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October 6, 2023

Why the 22nd Century?

S. M. Gollmer

How far should we cast our vision into the future?  Should we care about tomorrow, next week, or next year?  We certainly don’t want to be short sighted, and planning has its benefits.  For me I really don’t expect to see the next century unless medical technology makes it possible to reach an age of 140. However, failing to plan for the next century sells myself short.

As an educator, I have a duty to the next generation.  My college students are around 20 years old and by the time they reach 2101, they will be in their upper 90s.  It seems my distant vision may be a bit too far.  However, the Apostle Paul, when writing to Timothy, charged him as follows: “and what you have heard from me in the presence of many witnesses entrust to faithful men, who will be able to teach others also” (II Timothy 2:2).  This charge involves not just a teacher and student relationship, but two more generations of educators.  Paul, teaching Timothy, is the first generation.  Timothy is to entrust this to faith men, a second generation.  A third generation is gained when these faithful men also teach others.  As parents and teachers, my students will be training the next generation well into the year 2060.  In turn, that generation will teach the third generation into the 22nd century.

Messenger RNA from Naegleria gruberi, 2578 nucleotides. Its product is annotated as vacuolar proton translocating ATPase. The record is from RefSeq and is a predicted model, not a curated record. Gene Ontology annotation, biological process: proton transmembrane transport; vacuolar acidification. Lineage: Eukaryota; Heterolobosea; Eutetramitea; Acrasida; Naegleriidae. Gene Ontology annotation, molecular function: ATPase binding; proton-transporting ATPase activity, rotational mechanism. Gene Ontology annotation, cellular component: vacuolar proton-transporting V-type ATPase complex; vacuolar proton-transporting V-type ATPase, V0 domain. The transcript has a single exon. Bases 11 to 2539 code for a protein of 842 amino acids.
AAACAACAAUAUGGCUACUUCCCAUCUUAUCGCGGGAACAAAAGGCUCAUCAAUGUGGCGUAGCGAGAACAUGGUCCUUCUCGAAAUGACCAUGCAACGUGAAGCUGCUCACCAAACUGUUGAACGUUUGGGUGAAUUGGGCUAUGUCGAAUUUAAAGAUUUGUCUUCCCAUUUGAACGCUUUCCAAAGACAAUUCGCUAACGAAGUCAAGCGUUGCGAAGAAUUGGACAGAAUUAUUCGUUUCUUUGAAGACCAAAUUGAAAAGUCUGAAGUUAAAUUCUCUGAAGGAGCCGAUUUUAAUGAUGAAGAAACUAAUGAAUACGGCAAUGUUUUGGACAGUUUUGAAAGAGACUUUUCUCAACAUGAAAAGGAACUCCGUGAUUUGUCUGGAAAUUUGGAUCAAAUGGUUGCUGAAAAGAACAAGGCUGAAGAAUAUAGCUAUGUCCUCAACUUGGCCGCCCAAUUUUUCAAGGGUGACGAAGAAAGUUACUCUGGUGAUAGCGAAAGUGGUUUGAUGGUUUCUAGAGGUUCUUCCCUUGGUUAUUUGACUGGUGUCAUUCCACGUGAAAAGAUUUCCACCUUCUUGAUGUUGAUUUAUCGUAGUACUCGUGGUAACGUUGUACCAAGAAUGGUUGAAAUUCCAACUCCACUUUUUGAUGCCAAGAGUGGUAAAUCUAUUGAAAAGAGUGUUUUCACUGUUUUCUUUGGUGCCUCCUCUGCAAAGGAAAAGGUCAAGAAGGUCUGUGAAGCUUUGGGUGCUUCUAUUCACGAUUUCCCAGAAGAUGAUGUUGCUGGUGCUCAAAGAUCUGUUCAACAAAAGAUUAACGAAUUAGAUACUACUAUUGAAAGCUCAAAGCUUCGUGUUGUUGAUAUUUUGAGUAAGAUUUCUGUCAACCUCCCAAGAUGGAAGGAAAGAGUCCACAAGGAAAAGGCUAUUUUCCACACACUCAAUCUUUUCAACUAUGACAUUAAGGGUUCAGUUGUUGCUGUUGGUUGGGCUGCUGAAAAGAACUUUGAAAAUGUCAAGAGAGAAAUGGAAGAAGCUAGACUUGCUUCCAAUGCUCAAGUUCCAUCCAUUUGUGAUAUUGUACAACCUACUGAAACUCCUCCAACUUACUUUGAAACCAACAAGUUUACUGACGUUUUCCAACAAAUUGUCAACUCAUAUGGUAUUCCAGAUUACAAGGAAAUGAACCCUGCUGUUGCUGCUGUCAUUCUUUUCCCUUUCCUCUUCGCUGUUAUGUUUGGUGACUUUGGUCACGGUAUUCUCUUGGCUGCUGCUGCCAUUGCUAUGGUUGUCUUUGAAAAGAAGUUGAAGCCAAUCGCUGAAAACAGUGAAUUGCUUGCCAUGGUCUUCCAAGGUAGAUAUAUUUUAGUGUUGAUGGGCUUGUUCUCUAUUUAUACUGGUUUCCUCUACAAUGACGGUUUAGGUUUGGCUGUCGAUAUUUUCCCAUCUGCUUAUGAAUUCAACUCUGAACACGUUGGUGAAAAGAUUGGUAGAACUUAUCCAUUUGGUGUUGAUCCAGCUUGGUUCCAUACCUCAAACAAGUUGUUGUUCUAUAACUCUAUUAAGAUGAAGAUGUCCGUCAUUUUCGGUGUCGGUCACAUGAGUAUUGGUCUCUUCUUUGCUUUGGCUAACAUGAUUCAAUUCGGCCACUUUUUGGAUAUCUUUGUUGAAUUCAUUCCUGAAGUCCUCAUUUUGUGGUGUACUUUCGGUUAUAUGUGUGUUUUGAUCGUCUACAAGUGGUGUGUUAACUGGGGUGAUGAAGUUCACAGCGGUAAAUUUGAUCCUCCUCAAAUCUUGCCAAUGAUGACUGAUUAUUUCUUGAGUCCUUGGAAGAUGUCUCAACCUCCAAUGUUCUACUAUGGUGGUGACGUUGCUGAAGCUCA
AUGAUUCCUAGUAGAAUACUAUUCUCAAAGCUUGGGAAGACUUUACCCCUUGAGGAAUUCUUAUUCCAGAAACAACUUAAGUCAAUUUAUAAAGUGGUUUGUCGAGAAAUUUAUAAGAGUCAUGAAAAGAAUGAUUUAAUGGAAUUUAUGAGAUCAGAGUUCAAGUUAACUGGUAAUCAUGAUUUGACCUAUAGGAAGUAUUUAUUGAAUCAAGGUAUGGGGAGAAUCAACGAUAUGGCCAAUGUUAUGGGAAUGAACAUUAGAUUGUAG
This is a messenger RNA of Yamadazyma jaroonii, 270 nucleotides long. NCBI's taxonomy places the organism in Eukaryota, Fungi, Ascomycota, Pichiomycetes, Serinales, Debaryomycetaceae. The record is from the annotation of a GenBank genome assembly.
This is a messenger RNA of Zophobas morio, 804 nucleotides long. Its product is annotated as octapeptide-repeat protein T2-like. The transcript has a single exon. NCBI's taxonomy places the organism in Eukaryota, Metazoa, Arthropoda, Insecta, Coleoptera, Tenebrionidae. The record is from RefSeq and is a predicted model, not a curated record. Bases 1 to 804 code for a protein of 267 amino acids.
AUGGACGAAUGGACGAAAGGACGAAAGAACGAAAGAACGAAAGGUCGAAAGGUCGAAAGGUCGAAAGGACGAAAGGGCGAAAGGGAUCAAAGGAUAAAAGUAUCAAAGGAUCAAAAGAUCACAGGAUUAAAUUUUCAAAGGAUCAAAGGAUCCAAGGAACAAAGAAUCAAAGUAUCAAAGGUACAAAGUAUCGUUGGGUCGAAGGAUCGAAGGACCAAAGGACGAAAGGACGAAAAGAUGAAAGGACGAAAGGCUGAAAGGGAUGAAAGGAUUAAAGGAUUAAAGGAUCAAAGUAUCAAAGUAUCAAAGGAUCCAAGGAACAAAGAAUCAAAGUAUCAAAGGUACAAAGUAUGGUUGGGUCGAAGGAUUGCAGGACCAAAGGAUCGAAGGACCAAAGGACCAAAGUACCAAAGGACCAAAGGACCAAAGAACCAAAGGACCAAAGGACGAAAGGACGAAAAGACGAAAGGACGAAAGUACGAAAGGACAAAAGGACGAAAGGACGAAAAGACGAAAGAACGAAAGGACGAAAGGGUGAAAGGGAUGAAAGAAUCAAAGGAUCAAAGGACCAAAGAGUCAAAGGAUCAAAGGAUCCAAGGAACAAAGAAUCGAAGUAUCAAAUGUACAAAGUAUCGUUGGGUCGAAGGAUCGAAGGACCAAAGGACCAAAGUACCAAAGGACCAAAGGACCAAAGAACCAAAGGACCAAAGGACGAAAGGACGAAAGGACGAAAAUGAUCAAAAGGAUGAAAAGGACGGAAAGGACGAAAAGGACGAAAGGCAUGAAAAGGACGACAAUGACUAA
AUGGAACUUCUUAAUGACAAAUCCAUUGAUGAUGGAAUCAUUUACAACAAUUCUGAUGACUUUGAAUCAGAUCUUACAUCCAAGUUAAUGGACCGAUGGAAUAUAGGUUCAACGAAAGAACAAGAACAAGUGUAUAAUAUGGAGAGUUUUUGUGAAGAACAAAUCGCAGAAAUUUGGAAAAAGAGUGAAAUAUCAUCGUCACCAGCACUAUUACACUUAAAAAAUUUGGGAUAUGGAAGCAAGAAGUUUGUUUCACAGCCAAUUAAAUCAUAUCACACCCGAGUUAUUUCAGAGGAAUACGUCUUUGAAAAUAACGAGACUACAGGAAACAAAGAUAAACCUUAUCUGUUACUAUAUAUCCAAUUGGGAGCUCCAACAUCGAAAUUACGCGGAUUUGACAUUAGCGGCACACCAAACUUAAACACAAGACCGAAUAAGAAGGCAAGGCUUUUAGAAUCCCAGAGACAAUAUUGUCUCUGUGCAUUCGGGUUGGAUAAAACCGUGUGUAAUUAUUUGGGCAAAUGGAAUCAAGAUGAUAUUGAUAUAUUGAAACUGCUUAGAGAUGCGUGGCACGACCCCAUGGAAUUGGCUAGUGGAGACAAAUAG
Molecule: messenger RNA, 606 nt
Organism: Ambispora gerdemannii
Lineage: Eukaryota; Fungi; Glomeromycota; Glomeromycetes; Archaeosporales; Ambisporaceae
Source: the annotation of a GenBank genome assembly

Over the years there have been a number of influential teachers in my life.  Surprisingly, one of them was a substitute teacher, Mrs. Evans.  I only benefited from her teaching several times through grade school and middle school, but I have fond memories of her mental math exercises between lessons.  Although she controlled the classroom with a firm hand, it was clear she loved her students.

For most of her career, Mrs. Evans was the sole teacher at Sweet Home School, a one-room schoolhouse in northwestern Illinois.  From the 1920’s to 40’s she taught my aunt, uncle and father through the 8th grade.  Although the one-room schoolhouse eventually closed, she continued to teach in the Warren school district.  My brother-in-law had her as his 1st grade teacher and she was still substituting into the early 1970’s.

Her influence on me directly through substitute teaching and indirectly through my family cannot be measured this side of heaven.  Although having no children of her own, she saw her students as her children.  Her teaching career may have only spanned a half century, but her influence lives on through my attitude towards teaching and students.  I am preparing for the 22nd century because my influence extends further than I can imagine.  May I have the privilege to impact a future Mrs. Evans, who will teach the generation that influences the next century.

(Image from Rural School Houses of Jo Daviess County – Illinois History Fair 2015)

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